"I'm what the world considers to be a phenomenally successful man. And I've failed much more than I've succeeded.
And each time I fail, I get my people together, and I say, "Where are we going?" And it starts to get better." - Calvin Trager

With Ya, my Ga tutor in Mallam
The Rev. Mike Kinman
Executive Director
Episcopalians for Global Reconciliation
Age: 38

Check out Forsyth School ...
where Robin teaches and
the boys attend.

Since you're already blowing time surfing,
why not do some cool stuff

  • Watch the Make Poverty History videos
  • Watch Sara McLachlan's "World on Fire" video
  • Take a seat at Oxfam America's Hunger Banquet
  • Look at the "Eight Ways to Change The World" photo exhibition
  • See how rich you are on the Global Rich List
  • Make a promise to do something cool -- and get people to do it with you
  • Use your computer to fight HIV/AIDS and other diseases

    While you're at it, do these things
  • Join the ONE Campaign to Make Poverty History
  • Join the Episcopal Public Policy Network
  • Join Amnesty International
  • Subscribe to Sojourners Online newsletter about faith, politics and culture
  • Sign the Micah Call and join other Christians in the fight against poverty
  • Subscribe to a great new magazine about women and children transforming our world

    People who show us What One Person Can Do
  • Liza Koerner (Teaching soccer and doing mission work in Costa Rica)
  • Erica Trapps (Raising money so Tanzanian children can go to school -- check out her photo gallery)

    What's happening in Sudan might
    surprise (and shock) you

  • Episcopal Diocese of Lui
  • South Sudanese Friends International
  • The Sudan Tribune
  • SudanReeves -- research, analysis and advocacy
  • Save Darfur
  • Darfur: a genocide we can stop

    For your daily fix on the irreverent...
  • Jesus of the Week
  • The Onion

    Interesting People Who Are Great To Read
  • Beth Maynard's excellent U2 sermons blog
  • Global Voices Online
  • Neha Viswanathan - poetry, commentary, humor, reflections

    Some interesting organizations and programs
  • Borgen Project - poverty reduction through political accountability
  • CARE
  • Center of Concern
  • DATA: Debt, AIDS and Trade in Africa (Bono's site)
  • El Circulo de Mujeres/Circle of Women
  • Engineering Ministries International
  • Episcopal Peace Fellowship
  • Episcopal Relief and Development
  • FreshMinistries
  • Global Campaign Against Poverty
  • Global Ministries
  • Global Work Ethic Fund -- Promoting philanthropy and fundraising in developing and transition countries.
  • Karen Emergency Relief Fund
  • Magdalene House
  • The M.K. Gandhi Institute for Nonviolence
  • Natural Capitalism
  • NetMarkAid - Humanitarian Entrepreneurs
  • North American Association for the Diaconate
  • Peace Child International
  • People Building Peace
  • Project Honduras
  • Results - Creating political will to end hunger
  • St. Paul's Institute
  • Stop Global AIDS
  • TakingITGlobal -- connecting youth for action in local and global communities
  • Tanzania Educational AIDS Mission
  • TEAR (Transformation, Empowerment, Advocacy, Relief) - An Australian Christian anti-poverty movement
  • Working For Change
  • Xigi.net -- an open-source tool to aid discovery in the capital markets that fund good.

    Some Episcopal churches and dioceses doing cool things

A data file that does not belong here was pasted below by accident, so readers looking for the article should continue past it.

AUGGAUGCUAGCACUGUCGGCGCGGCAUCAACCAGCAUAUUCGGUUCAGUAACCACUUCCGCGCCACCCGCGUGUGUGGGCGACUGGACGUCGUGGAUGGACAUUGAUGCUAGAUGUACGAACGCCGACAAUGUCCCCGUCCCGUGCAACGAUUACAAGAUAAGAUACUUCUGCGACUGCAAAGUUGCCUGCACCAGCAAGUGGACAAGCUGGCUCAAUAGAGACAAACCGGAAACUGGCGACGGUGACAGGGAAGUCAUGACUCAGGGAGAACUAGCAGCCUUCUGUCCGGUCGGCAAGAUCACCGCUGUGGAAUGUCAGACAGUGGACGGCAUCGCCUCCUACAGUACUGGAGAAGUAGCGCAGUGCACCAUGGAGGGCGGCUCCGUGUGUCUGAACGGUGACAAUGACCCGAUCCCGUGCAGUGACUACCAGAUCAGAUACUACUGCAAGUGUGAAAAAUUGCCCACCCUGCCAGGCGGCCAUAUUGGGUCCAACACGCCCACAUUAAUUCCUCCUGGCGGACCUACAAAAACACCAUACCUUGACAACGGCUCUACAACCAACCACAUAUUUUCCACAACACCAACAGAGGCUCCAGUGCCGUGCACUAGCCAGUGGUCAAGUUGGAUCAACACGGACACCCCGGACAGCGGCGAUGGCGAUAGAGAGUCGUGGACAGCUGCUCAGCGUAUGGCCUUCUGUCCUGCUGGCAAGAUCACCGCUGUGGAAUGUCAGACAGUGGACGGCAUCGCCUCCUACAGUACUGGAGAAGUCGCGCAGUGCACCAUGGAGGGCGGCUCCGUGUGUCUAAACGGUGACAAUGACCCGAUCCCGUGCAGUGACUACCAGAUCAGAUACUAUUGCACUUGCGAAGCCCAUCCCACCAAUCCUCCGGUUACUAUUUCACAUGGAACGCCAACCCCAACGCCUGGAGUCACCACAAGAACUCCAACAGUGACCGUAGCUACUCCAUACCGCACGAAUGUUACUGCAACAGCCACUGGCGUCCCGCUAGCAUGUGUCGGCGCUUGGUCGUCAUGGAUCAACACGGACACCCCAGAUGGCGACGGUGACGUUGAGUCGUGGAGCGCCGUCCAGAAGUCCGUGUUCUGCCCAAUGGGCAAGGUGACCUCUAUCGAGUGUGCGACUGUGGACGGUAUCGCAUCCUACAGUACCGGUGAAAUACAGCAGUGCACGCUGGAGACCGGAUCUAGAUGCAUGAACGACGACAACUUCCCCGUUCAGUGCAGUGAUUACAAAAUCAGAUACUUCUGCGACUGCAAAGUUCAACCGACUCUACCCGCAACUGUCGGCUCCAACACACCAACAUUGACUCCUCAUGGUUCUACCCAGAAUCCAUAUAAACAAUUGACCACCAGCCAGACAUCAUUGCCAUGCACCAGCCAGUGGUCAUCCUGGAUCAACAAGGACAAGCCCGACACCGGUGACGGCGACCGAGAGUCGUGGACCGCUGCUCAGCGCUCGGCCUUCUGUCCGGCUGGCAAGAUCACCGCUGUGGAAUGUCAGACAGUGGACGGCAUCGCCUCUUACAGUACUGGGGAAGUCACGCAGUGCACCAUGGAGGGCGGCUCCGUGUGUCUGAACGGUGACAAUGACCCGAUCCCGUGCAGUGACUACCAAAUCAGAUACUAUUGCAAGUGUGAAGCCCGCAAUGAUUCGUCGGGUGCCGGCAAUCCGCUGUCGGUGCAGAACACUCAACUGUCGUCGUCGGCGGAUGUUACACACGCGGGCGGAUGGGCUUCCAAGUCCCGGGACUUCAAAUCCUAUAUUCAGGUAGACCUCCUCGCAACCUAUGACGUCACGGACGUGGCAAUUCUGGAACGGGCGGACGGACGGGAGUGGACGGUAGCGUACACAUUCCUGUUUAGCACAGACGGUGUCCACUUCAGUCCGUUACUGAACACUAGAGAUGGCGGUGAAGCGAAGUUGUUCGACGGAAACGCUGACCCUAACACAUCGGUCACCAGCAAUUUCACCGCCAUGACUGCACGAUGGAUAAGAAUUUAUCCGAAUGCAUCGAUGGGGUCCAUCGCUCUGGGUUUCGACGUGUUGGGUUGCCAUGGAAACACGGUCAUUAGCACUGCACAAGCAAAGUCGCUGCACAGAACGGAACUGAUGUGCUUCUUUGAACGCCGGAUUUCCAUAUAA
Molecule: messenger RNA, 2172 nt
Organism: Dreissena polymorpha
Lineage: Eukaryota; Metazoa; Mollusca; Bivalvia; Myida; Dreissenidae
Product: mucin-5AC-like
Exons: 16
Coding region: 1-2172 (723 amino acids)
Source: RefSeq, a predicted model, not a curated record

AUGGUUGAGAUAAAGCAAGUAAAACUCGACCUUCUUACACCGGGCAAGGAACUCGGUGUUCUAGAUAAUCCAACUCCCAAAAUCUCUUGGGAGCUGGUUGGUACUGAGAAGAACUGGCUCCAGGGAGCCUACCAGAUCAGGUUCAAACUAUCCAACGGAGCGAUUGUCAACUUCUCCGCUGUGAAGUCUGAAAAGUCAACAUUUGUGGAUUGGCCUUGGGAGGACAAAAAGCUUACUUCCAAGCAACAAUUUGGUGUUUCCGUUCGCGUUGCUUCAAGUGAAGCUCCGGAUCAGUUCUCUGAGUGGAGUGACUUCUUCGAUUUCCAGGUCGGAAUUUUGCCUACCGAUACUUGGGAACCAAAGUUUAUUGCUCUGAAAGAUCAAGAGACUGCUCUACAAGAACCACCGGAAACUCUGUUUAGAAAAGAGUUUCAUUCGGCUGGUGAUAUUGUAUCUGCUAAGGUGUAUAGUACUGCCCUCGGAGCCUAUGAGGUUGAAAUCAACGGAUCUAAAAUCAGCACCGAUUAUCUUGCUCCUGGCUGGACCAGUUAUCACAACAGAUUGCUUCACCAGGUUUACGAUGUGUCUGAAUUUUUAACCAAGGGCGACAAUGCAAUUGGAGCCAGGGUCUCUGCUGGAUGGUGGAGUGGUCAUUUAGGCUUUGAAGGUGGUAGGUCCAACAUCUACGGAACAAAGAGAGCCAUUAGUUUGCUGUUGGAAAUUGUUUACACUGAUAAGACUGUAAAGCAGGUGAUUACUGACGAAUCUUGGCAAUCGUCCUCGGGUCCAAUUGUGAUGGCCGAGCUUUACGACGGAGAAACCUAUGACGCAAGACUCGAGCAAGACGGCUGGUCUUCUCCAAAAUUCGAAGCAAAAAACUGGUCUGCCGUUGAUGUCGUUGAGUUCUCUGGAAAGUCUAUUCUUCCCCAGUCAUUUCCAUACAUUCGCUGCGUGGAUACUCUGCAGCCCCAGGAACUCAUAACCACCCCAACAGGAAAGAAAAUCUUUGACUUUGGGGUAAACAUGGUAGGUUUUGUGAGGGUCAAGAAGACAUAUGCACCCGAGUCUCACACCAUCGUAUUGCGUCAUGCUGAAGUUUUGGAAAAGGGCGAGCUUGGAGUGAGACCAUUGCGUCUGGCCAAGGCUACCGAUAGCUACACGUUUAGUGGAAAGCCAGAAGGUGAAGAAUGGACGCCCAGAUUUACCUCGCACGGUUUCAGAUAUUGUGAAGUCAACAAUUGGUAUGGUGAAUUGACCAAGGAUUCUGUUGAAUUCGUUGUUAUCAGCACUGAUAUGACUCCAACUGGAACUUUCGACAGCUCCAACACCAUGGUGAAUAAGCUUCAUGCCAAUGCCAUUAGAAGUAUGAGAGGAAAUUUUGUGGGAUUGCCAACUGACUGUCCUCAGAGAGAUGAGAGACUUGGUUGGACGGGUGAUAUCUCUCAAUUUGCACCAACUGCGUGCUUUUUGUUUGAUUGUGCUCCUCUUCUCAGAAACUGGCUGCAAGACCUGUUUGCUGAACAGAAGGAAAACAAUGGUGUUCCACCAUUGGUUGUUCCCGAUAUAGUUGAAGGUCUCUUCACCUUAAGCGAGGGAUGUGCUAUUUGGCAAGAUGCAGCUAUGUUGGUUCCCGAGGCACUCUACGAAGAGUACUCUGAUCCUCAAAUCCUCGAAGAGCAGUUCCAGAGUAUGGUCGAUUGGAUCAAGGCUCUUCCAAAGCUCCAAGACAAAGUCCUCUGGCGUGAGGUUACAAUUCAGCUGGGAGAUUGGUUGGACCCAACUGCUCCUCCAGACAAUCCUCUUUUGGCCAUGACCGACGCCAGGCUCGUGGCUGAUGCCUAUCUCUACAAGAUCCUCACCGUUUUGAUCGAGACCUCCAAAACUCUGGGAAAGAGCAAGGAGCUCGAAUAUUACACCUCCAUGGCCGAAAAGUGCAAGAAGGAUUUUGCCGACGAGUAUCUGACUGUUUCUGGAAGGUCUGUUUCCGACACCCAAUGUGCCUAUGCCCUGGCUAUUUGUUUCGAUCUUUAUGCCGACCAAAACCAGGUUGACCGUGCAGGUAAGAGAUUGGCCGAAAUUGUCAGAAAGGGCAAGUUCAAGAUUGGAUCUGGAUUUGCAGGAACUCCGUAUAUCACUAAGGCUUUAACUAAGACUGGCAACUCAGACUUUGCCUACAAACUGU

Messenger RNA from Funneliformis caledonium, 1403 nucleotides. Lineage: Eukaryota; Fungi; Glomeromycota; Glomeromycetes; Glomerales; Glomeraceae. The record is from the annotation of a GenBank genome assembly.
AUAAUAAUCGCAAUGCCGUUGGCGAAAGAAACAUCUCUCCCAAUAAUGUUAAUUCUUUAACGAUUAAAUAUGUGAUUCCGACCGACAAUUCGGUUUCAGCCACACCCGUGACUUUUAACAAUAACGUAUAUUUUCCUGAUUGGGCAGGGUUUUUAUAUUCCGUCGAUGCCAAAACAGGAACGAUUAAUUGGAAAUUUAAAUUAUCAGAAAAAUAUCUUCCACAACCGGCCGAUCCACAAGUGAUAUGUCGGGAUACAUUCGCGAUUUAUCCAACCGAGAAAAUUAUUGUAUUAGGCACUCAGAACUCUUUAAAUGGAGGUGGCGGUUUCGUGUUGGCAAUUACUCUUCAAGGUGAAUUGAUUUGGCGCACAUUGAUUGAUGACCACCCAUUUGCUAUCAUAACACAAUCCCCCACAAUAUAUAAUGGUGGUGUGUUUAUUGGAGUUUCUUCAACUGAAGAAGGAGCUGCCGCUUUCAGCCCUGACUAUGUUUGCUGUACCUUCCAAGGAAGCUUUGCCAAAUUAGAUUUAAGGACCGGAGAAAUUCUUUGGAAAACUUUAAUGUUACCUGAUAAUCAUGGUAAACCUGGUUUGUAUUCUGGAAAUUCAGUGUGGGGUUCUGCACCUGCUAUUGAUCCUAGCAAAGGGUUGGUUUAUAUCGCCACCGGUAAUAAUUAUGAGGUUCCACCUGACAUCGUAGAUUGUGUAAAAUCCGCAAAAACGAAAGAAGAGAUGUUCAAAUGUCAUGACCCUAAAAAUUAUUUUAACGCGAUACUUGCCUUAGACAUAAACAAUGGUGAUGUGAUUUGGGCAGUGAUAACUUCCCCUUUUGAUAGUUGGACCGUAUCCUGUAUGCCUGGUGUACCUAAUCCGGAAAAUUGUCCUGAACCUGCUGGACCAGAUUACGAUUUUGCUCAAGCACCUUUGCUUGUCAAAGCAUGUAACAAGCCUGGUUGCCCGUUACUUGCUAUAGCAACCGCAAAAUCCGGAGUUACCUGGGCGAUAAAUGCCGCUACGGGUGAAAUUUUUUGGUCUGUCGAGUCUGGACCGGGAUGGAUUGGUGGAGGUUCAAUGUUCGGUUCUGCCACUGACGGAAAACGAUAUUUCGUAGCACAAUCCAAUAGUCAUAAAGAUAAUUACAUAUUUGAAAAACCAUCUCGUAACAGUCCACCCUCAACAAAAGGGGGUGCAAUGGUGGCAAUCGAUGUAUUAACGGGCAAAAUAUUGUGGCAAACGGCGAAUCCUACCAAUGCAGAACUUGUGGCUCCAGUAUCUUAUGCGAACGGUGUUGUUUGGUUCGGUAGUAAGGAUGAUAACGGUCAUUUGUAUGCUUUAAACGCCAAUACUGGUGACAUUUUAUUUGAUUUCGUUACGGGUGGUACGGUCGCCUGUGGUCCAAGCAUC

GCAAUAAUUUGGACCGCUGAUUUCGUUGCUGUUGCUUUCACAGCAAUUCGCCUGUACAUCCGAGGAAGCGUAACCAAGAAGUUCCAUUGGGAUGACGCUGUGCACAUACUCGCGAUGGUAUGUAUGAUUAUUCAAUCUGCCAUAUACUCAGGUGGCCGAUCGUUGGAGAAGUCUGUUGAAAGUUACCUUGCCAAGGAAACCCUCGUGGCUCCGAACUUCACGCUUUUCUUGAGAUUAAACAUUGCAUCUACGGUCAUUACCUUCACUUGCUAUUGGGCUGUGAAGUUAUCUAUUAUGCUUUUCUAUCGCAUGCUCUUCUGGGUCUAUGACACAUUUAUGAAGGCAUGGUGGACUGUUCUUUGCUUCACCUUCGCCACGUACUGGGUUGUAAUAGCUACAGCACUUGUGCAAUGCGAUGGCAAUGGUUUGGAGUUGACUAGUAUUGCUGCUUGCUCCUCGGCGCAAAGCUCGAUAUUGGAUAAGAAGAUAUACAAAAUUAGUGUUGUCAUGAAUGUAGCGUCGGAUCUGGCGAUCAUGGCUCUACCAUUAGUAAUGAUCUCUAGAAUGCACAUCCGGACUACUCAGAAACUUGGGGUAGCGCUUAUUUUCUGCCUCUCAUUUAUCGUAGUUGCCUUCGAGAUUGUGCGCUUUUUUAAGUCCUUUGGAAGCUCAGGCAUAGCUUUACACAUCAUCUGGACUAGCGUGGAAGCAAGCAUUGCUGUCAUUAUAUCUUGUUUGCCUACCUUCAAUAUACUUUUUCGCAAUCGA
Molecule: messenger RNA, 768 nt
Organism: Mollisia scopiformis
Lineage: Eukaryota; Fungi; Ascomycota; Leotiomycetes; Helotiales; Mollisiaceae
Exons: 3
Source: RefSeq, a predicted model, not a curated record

• Companions of Swaziland - Diocese of Iowa's Companion Relationship
  • International Development Missions -- St. Paul's Church, Sparks, NV
  • The Malaria Villages Project - St. Paul's Church, West Whiteland, PA

    Must-read books and websites about them
  • What Can One Person Do: faith to heal a broken world -- Sabina Alkire & Edmund Newell
  • The End of Poverty -- Jeffrey Sachs

    Learn more about things you really should know more about
  • UN Millenium Development Goals
  • The Millennium Campaign
  • AIDS Matters - a resource for global AIDS professionals
  • Christian Aid's in-depth report: "Millennium Lottery: Who lives and who dies in an age of third world debt?"
  • Foreign Policy In Focus
  • Poverty Mapping
  • Solutions for a water-short world
  • Transparency International: The global coalition against corruption
  • UNICEF's State of The World's Children report 2005

    General cool and/or goofy stuff
  • Alicebot chat robot
  • Bono Quotes -- but what's really wild is that it's from a page on Boycottliberalism.com!
  • Buffy Slanguage
  • Big Bunny

    Useful web tools
  • Gcast - make your own podcast
  • Podzinger - podcast search engine
  • Orb - streaming digital media

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    Listed on Blogwise
  • Tuesday, April 11, 2006

    Station V - Simon carries the cross

    Simon of Cyrene tends to be a romantic figure -- the man who swooped in and lifted the cross from Christ's shoulders for a time to save him at least for a time from the burden. It's a beautiful romantic image, and one that is open to all sorts of reflections about if or how we could shoulder Christ's burdens on that road.

    Problem is ... that's not the way it happened. The Gospels (Matthew, Mark and Luke at least) tell of Simon -- but of how he was compelled by the Roman soldiers to bear Jesus' cross.

    Simon was not a faithful follower carrying a burden that was an honor. He was just some guy a long, long way from home (Cyrene was in Northern Libya) who had the rotten luck to be in the wrong place at the wrong time.

    Or was he?

    Compulsion usually isn't fun. And in the quirky, self-aggrandizing way we have written our national story, compulsion -- being forced to do something you don't want to do -- often seems unAmerican and anathema. That's because too often we confuse freedom with license ... a confusion that too easily lets us feel self-righteous resisting the opportunities for greatness that compulsion sometimes holds.

    Because it's not just Roman soldiers and strong-armed police officers who compel us. Compulsion is a condition of the heart and spirit as well. Compulsion can happen when we have seen, experienced, heard and felt things that will not let us rest. Things that haunt us. Things that make us give up that which we hold dear ... that compel us to do that which we would dearly rather not.

    And sometimes, those are our moments of greatness.

    In the bubble of middle-class-and-up American life, it's easy to live in a world of our own construction where real compulsion never enters in. We shut out those disturbing things that might make us re-evaluate and change, that might compel us to sacrifice and labor for other than our own gain.